What You Need to Know about Surrogate Motherhood
Medical science has advanced to such a degree that two separate women can be involved in giving birth to one child. What was considered to be infertility just a couple of decades ago can be biologically conceivable today through surrogate motherhood. Surrogacy is normally sought for when a couple has difficulty in conceiving and bearing a child. This difficulty in conception can occur due to a variety of reasons. There could be biological, physiological and sometimes, even psychological reasons for difficulty in conception. A surrogate mother can be chosen as a substitute to bear the child instead of the real mother.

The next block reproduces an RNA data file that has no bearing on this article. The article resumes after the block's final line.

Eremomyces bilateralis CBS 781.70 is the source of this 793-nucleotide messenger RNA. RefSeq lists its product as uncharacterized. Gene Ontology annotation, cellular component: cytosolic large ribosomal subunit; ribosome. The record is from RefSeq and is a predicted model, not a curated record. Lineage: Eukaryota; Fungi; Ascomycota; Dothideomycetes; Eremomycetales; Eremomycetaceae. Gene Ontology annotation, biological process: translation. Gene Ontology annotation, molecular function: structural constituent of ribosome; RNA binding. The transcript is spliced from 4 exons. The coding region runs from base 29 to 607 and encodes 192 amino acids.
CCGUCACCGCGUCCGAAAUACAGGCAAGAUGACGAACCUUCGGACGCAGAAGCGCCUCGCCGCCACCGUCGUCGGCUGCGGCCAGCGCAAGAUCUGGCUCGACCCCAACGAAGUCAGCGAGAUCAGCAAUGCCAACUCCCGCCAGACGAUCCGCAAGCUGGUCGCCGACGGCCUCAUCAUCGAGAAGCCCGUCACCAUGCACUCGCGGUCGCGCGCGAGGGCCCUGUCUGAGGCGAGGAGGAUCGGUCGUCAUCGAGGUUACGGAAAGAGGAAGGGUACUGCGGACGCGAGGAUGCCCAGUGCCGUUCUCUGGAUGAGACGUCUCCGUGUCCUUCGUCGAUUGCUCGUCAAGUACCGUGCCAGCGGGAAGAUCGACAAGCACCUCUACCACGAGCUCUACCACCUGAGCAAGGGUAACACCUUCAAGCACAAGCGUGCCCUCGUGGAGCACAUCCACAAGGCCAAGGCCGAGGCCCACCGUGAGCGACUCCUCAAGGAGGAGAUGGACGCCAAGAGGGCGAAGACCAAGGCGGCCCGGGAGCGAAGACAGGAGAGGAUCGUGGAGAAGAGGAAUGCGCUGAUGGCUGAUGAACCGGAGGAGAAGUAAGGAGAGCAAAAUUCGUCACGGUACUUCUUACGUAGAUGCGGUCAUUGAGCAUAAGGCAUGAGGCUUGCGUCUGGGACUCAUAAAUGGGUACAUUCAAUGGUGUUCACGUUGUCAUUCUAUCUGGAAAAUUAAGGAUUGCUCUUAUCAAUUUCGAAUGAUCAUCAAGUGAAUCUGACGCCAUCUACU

In most cases, the sperm from the biological father would be used to fertilize the egg extracted from the biological mother. The fertilization process would take place in a Petri dish in a lab environment. Since the fertilization takes place outside the body in a glass-like container, it is called in vitro fertilization. The term “in vitro” means within the glass. Once the egg is fertilized, it is placed inside the surrogate mother’s uterus and is allowed to develop into a normal pregnancy. The rest of the pregnancy is totally identical to a normal pregnancy. If either of the biological parents is not capable of providing sperm or the egg, a donor might be used in their place.
In some rare instances, when the biological mother cannot produce healthy eggs, the surrogate mother might be made to conceive through artificial insemination. But in this case, since the surrogate becomes the biological mother as well, there could be complications in the adoption process. The medical history of the surrogate should also be taken into account to ensure the health of the baby.